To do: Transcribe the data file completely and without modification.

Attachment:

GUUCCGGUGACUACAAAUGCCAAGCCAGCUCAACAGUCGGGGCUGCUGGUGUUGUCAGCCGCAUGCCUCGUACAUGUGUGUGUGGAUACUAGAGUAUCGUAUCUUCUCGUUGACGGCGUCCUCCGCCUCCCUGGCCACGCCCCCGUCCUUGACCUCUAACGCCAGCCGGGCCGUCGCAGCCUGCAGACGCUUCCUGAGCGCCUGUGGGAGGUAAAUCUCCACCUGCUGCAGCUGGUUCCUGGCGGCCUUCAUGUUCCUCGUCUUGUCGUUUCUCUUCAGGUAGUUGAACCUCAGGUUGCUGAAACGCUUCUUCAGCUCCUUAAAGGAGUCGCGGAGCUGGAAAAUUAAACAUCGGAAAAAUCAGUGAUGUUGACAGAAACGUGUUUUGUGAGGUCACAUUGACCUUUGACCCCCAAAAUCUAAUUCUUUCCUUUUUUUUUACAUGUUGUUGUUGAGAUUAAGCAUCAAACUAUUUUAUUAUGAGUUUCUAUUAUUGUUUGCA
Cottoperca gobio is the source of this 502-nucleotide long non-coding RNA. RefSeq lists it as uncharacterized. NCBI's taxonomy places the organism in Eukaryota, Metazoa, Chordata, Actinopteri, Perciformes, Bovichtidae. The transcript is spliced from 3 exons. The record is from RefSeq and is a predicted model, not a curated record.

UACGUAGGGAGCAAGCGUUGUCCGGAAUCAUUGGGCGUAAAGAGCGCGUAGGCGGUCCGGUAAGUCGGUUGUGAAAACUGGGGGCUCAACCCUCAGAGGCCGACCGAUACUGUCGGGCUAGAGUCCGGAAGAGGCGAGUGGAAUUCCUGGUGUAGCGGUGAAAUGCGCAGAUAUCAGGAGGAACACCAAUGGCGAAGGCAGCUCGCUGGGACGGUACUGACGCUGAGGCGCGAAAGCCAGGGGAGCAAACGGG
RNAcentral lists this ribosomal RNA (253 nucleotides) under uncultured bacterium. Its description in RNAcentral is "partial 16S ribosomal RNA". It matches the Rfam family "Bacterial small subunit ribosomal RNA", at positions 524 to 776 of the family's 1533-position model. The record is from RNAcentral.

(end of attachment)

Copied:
GUUCCGGUGACUACAAAUGCCAAGCCAGCUCAACAGUCGGGGCUGCUGGUGUUGUCAGCCGCAUGCCUCGUACAUGUGUGUGUGGAUACUAGAGUAUCGUAUCUUCUCGUUGACGGCGUCCUCCGCCUCCCUGGCCACGCCCCCGUCCUUGACCUCUAACGCCAGCCGGGCCGUCGCAGCCUGCAGACGCUUCCUGAGCGCCUGUGGGAGGUAAAUCUCCACCUGCUGCAGCUGGUUCCUGGCGGCCUUCAUGUUCCUCGUCUUGUCGUUUCUCUUCAGGUAGUUGAACCUCAGGUUGCUGAAACGCUUCUUCAGCUCCUUAAAGGAGUCGCGGAGCUGGAAAAUUAAACAUCGGAAAAAUCAGUGAUGUUGACAGAAACGUGUUUUGUGAGGUCACAUUGACCUUUGACCCCCAAAAUCUAAUUCUUUCCUUUUUUUUUACAUGUUGUUGUUGAGAUUAAGCAUCAAACUAUUUUAUUAUGAGUUUCUAUUAUUGUUUGCA
Cottoperca gobio is the source of this 502-nucleotide long non-coding RNA. RefSeq lists it as uncharacterized. NCBI's taxonomy places the organism in Eukaryota, Metazoa, Chordata, Actinopteri, Perciformes, Bovichtidae. The transcript is spliced from 3 exons. The record is from RefSeq and is a predicted model, not a curated record.

UACGUAGGGAGCAAGCGUUGUCCGGAAUCAUUGGGCGUAAAGAGCGCGUAGGCGGUCCGGUAAGUCGGUUGUGAAAACUGGGGGCUCAACCCUCAGAGGCCGACCGAUACUGUCGGGCUAGAGUCCGGAAGAGGCGAGUGGAAUUCCUGGUGUAGCGGUGAAAUGCGCAGAUAUCAGGAGGAACACCAAUGGCGAAGGCAGCUCGCUGGGACGGUACUGACGCUGAGGCGCGAAAGCCAGGGGAGCAAACGGG
RNAcentral lists this ribosomal RNA (253 nucleotides) under uncultured bacterium. Its description in RNAcentral is "partial 16S ribosomal RNA". It matches the Rfam family "Bacterial small subunit ribosomal RNA", at positions 524 to 776 of the family's 1533-position model. The record is from RNAcentral.